“I’ll give you the co-ordinates,” Aros said hurriedly.
“Why,” Cally asked, “is Avon calling the shots here when he’s the one who betrayed Blake?”
“Because,” Avon said curtly, “this is my plan. All of it.”
“Including the bit where you sit on the floor and we threaten to shoot you?” Cally was seldom intimidated by Avon.
“Including that, yes.”
She looked over to Blake, who shrugged. “We’ll go along with it for the moment, But don’t let him up.”
The cache was where they were told it was, and recovery was straightforward. They left Aros standing forlornly on the moon’s surface, broadcast the co-ordinates back to Jotunhein and took off out of the Polaris system at full speed before Travis’s cruiser could pick them up again, one hundred and twenty five million credits and a full crew complement better off than when they had arrived.
Which left the problem of Avon, still tied up on the floor of the bridge from where he was issuing the occasional order. Dealing with him really couldn’t be put off any longer, Blake conceded. He positioned himself in front of the man, feet apart. “Now you’re going to answer some questions, Kerr Avon.”
“Yes, I imagine I am.” Avon seemed unconcerned at the prospect. “How much haven’t you worked out for yourself yet?”
“You intended this all along.”
Avon shrugged. “More or less. The details were a little hazy in places, but this was the sort of outcome I was aiming at. It wasn’t meant to be nearly this difficult, though. You and Zen between you managed to royally screw everything up.”
“Why the hell didn’t you tell me?” All that time he’d though Avon had sold him out. All that time. Now he wasn’t sure whether he had or not.
“Firstly because you’d never have gone along with it. All that risk just for mundane profit? No-one got liberated, no consciousness raising, no heroics to stir the masses. Most of the money didn’t even come from the Federation. It wasn’t your kind of operation and you wouldn’t have contemplated lending me Liberator for it.”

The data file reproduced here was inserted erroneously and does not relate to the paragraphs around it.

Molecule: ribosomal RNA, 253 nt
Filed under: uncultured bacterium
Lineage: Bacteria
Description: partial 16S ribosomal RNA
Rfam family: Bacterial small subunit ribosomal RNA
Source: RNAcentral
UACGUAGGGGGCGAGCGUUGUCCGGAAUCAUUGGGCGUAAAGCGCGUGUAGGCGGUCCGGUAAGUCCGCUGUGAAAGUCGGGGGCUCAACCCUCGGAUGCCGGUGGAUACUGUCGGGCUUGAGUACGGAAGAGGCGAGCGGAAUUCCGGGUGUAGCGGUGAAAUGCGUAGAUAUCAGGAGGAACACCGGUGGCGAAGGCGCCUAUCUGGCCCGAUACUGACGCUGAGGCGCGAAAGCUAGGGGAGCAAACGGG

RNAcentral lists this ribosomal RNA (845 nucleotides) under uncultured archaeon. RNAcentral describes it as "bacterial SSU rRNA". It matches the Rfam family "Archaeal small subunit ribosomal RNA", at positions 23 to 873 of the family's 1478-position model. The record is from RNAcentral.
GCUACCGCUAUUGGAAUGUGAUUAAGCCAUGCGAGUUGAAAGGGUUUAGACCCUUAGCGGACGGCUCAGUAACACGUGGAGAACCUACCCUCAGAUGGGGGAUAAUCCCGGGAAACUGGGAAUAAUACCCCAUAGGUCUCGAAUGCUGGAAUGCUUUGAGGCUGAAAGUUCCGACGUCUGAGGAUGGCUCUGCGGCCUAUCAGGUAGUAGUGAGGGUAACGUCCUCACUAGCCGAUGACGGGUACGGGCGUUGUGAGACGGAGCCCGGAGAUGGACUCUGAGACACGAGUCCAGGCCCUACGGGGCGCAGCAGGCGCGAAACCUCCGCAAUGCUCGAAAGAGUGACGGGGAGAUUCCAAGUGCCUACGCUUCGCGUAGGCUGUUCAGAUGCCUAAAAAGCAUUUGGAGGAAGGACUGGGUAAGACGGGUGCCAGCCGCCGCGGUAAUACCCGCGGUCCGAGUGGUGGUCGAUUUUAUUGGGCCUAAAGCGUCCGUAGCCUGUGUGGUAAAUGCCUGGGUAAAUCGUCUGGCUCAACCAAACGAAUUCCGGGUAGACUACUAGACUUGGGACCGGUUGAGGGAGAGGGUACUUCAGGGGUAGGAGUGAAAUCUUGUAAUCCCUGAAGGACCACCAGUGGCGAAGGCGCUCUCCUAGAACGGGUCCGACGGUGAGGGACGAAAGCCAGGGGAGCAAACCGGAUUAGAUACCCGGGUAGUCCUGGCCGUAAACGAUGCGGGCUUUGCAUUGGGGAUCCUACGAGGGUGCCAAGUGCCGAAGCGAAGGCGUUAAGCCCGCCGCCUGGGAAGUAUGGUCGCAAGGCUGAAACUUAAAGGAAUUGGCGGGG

Blake digested that for a moment. Avon was probably right. He wouldn’t have risked everything just to turn a profit, even this sized one. “And secondly?”
“Secondly you’re a lousy actor. Safer for both of us if you thought it were genuine.” Avon wriggled an arm free enough from the rope to rub his jaw thoughtfully. “It wasn’t actually safer for me, as it turned out. But that was the idea.”
So that just left the real question. “Why the hell did you do it at all? We didn’t need the money.”
“I did.” Avon shook off the rest of the rope, stood up. Blake held up a hand to stop Cally from reacting. “One hundred and twenty five million credits. You decide how much, if any, of that I earned. If you’re fair, and even under extreme provocation you usually try to be fair, my share should be enough.”
“Enough for what?” Blake demanded.
“Enough to leave, of course. I told you. You’re going to get Liberator destroyed or captured and I don’t intend to be on board when it happens. I need the money- lots of money- to stay safe on my own.”
“How much do you need?”
“You're not going to give him anything!” Vila protested.
Avon was looking back at him, unabashed. “Sixty.”
Sixty million credits was a phenomenal amount of money. Blake nodded. “And where shall we leave you?”
“Karias will do.” It was a bustling independent trading planet in this sector.
“Very well. Zen, time to Karias.”Eighteen standard hours at standard by seven.
“Set course. Leave him alone,” he told the others. “He's got what he wants; he’s not going to try anything else.” Blake didn’t want to talk to anyone else right now. “I'll be in my quarters- have they been repaired yet, Zen?”Confirmed.
“Thank you, Zen.”
After a few hours Blake gave up on trying to sleep and made his way down to the galley. He wasn’t entirely surprised to find Avon there. They’d spent a lot of time in the galley together when he and Avon were the only people on board. When he was Avon’s prisoner.
“Coffee?” Avon offered.
“Yes, thanks.” There was a silence while Avon dialled the order in.
“I’ve been talking to Zen,” Avon finally offered.